Thursday, October 25, 2012

October 25, 2012

Napolitano: 200K Illegals Seek Deferred Deportation Under Obama Program
by Todd Beamon
October 24, 2012

More than 3,000 young illegal immigrants are applying every day for deferred deportation under the Obama administration’s new immigration policy, Homeland Security Secretary Janet Napolitano said on Wednesday.

So far, about 200,000 young people who are in the US illegally have applied to defer their deportation for at least two years and get a temporary work permit, Napolitano said, The Hill reports.

The Department of Homeland Security began accepting applications under the new rules two months ago. Napolitano said in June that immigrants 31 years old and younger who were brought to the country illegally before they were 16 could apply for a permit to stay in the US for a two-year, renewable period.

Immigrants must have lived in the United States for five years to be eligible. They must attend school or have an equivalency diploma, graduated from high school, or been honorably discharged from the military.

They also must not be a felon or have been convicted of more than two misdemeanor crimes.

Applications takes at least four months to process, during which time the applicant will not be deported from the country, Napolitano said.

“I suspect that we may see a bulge of applications after the New Year when there’s either this administration or a new administration and when the policies are going to be become more clear,” she said, according to The Hill.

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Obama: No Regrets Over Prioritizing Obamacare Over Jobs
by Guy Benson
October 24, 2012

President Obama recently sat down with the editorial board of Iowa's largest newspaper, the Des Moines Register, for what his campaign stipulated would be an off-the-record discussion:
The Des Moines Register’s publisher and I spoke with President Barack Obama this morning — but we can’t tell you what he said. Just four days before the Register’s presidential endorsement is released, Laura Hollingsworth and I received a phone call from the president. He was calling from Florida, on the heels of a morning campaign appearance and about 14 hours after his debate with GOP nominee Mitt Romney at Lynn University in Boca Raton, Fla. The conference call lasted nearly 30 minutes and was an incredibly informative exchange of questions, answers and an insightful glimpse into the president’s vision for a second term. He made a genuine and passionate case for our endorsement and for reelection. Just two weeks before Election Day, the discussion, I believe, would have been valuable to all voters, but especially those in Iowa and around the country who have yet to decide between the incumbent Democrat and his Republican opponent. Unfortunately, what we discussed was off-the-record. It was a condition, we were told, set by the White House.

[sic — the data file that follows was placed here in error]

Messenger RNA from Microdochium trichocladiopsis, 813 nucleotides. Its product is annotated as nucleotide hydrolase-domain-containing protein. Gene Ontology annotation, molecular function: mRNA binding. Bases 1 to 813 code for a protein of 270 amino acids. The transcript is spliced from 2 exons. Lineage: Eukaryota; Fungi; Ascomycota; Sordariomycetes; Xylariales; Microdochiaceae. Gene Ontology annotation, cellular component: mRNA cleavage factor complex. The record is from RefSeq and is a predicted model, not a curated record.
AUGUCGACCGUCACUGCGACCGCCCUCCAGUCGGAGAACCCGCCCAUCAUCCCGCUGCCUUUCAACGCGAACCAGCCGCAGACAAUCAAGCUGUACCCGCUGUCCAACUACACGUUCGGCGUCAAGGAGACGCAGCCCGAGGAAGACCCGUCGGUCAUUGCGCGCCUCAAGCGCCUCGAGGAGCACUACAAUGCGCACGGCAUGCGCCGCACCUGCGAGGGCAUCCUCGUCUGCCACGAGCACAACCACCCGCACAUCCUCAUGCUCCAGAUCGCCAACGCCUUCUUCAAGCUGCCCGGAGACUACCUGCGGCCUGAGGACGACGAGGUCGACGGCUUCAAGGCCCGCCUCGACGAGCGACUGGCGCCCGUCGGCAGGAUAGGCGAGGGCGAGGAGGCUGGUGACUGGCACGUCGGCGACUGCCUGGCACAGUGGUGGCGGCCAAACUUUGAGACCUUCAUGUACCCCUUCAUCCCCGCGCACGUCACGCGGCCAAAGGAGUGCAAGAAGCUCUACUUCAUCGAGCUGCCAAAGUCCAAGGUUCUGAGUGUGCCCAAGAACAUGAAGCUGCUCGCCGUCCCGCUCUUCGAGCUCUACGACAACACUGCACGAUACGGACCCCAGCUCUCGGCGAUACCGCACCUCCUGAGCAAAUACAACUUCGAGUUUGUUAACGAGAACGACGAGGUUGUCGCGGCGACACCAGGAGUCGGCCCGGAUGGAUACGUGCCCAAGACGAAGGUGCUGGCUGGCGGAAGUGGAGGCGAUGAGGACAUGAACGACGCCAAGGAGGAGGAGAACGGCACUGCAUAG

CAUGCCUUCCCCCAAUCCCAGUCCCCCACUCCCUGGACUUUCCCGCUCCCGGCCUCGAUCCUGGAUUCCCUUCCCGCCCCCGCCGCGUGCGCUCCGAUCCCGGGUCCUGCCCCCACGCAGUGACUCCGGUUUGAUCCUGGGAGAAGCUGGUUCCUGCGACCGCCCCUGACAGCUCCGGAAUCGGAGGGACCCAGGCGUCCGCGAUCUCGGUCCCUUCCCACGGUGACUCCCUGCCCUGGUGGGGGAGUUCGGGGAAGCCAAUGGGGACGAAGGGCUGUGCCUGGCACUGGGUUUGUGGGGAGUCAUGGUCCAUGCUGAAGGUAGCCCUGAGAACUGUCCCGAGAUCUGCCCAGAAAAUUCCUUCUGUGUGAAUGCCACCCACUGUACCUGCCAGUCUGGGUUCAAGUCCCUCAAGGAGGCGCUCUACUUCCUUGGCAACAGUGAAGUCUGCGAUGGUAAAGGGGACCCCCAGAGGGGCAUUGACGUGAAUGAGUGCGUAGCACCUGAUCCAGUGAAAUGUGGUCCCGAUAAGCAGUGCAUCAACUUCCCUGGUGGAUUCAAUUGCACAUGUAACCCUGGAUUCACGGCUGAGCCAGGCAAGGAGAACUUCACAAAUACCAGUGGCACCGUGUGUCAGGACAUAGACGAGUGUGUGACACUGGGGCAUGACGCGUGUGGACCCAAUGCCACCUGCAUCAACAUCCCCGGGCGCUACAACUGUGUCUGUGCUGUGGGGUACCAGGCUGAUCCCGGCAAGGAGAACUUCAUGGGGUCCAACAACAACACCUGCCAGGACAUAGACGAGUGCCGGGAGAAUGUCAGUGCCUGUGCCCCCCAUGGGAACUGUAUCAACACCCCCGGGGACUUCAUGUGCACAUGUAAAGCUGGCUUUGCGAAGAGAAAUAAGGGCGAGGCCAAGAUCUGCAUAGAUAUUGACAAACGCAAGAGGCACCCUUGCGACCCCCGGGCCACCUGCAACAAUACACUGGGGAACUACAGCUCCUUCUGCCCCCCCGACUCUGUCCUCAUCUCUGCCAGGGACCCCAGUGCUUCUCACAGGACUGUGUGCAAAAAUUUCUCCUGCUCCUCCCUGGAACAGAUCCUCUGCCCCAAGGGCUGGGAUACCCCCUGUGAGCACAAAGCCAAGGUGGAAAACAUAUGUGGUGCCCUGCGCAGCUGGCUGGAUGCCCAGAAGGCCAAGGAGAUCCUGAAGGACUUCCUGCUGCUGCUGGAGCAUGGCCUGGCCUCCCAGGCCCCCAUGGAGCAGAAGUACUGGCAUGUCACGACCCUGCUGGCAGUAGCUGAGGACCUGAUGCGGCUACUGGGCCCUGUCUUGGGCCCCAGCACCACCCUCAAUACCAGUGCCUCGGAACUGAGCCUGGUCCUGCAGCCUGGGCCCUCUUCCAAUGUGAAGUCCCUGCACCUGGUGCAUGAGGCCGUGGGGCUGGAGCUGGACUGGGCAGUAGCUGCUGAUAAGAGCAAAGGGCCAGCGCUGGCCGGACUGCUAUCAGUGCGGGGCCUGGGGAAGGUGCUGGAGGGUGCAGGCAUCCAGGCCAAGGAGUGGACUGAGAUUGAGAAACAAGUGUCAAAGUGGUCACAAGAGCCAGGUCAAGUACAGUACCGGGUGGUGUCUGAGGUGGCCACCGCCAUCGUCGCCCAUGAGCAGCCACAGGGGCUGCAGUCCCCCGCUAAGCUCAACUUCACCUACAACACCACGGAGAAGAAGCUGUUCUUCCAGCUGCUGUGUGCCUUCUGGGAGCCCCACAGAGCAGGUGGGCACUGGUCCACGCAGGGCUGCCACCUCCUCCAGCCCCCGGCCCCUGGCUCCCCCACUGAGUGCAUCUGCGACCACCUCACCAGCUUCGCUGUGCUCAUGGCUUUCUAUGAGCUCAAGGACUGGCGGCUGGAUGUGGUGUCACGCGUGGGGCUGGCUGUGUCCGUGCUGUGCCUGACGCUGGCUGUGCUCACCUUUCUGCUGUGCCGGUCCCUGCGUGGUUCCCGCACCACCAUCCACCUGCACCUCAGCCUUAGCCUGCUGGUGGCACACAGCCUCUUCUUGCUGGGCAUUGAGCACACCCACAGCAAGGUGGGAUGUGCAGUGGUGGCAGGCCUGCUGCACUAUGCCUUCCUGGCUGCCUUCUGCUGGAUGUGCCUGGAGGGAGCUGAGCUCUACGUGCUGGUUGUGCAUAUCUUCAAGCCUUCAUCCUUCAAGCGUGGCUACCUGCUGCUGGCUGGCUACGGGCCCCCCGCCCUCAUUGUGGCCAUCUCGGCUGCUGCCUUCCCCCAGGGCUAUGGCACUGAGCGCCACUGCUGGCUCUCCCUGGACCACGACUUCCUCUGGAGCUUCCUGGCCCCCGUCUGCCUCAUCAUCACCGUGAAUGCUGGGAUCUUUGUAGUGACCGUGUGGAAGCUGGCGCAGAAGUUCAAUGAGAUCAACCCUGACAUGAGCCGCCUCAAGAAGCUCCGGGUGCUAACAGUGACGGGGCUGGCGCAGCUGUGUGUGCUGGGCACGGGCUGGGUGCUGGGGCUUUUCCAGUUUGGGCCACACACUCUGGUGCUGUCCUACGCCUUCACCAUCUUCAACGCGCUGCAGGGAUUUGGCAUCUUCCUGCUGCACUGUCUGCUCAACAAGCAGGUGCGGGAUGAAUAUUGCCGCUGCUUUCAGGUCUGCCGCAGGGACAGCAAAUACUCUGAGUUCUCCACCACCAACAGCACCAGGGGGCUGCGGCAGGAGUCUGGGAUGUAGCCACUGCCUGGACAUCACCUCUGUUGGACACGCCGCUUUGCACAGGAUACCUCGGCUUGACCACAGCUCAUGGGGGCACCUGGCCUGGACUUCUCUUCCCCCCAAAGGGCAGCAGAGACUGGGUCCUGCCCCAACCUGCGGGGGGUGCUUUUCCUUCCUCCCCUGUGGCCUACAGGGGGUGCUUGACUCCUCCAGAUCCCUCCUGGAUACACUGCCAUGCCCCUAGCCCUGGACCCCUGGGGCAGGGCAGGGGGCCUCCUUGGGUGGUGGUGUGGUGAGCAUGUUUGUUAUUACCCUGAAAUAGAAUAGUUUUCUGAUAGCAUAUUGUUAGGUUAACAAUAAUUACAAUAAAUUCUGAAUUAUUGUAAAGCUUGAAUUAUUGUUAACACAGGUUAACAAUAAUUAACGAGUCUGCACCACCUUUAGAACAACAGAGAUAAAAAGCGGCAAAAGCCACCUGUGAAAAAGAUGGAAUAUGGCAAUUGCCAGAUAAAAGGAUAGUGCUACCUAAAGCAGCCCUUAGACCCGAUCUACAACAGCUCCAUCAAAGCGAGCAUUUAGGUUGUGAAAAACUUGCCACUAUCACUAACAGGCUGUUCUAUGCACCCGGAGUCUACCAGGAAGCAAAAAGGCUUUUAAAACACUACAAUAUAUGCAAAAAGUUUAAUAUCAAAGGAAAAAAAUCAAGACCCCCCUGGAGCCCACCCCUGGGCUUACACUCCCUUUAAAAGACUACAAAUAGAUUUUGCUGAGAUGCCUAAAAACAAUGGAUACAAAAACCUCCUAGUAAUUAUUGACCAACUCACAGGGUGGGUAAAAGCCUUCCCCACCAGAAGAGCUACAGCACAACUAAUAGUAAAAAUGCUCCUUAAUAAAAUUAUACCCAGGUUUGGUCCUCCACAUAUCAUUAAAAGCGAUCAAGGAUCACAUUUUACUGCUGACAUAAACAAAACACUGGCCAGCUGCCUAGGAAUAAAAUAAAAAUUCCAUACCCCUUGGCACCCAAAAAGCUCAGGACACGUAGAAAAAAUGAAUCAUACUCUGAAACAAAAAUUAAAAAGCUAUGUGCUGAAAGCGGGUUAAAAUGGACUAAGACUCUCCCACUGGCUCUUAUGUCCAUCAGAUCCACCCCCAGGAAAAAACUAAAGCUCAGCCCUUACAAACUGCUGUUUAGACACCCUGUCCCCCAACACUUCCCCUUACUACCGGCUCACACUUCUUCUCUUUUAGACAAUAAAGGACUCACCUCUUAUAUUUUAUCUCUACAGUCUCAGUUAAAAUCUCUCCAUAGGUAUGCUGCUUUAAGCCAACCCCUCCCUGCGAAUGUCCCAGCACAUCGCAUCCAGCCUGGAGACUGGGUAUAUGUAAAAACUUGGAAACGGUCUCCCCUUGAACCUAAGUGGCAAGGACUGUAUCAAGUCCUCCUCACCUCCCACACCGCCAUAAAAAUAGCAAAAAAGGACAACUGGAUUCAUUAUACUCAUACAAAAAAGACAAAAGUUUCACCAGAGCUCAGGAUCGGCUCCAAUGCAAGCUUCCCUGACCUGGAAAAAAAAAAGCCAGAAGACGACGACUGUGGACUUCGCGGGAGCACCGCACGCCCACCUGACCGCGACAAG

The Register's editors contrast this rigmarole from the most transparent administration evah with the access they were granted by Mitt Romney's campaign:
Romney appeared before our board Oct. 9. We literally met in a barn on a family farm owned by Jeff Koch, just west of Van Meter. We had a wide-ranging conversation in a little under an hour of access. He squeezed us in just before a campaign stop that spotlighted his agriculture policies. With the exception of one final question (“Why have you earned the Des Moines Register’s endorsement?”) his camp said the interview could not be videotaped, which has become our typical practice with politicians meeting our editorial board. But the audio was digitally recorded and posted on
That full audio is available here, by the way.  With Iowa looking like a dead heat, an endorsement from a major newspaper could help tip the scales -- so after a protracted battle, Team Obama finally relented and agreed to allow the content of meeting to be released for the record.  During that roundtable conversation, Obama predicted Latino voters would push him over the top in November because Republicans have alienated the growing demographic.  The president was also asked about his decision to spend his substantial political capital, and exploit his large Congressional majorities, to aggressively push his partisan health care law, rather than in pursuit of other economic priorities.  Obama's answer?  "Absolutely" no regrets:
QUESTION: “Some say you had a super majority in your first two years and had this incredible opportunity, but because of what you were talking about, as you were running, you had to go to get Obamacare done. Do you have any regrets taking on some of the economic issues, some of the issues that we're talking about for your second term, that when you had the chance, so to speak, during your first -- do you have any regrets that you didn’t do that at that time?”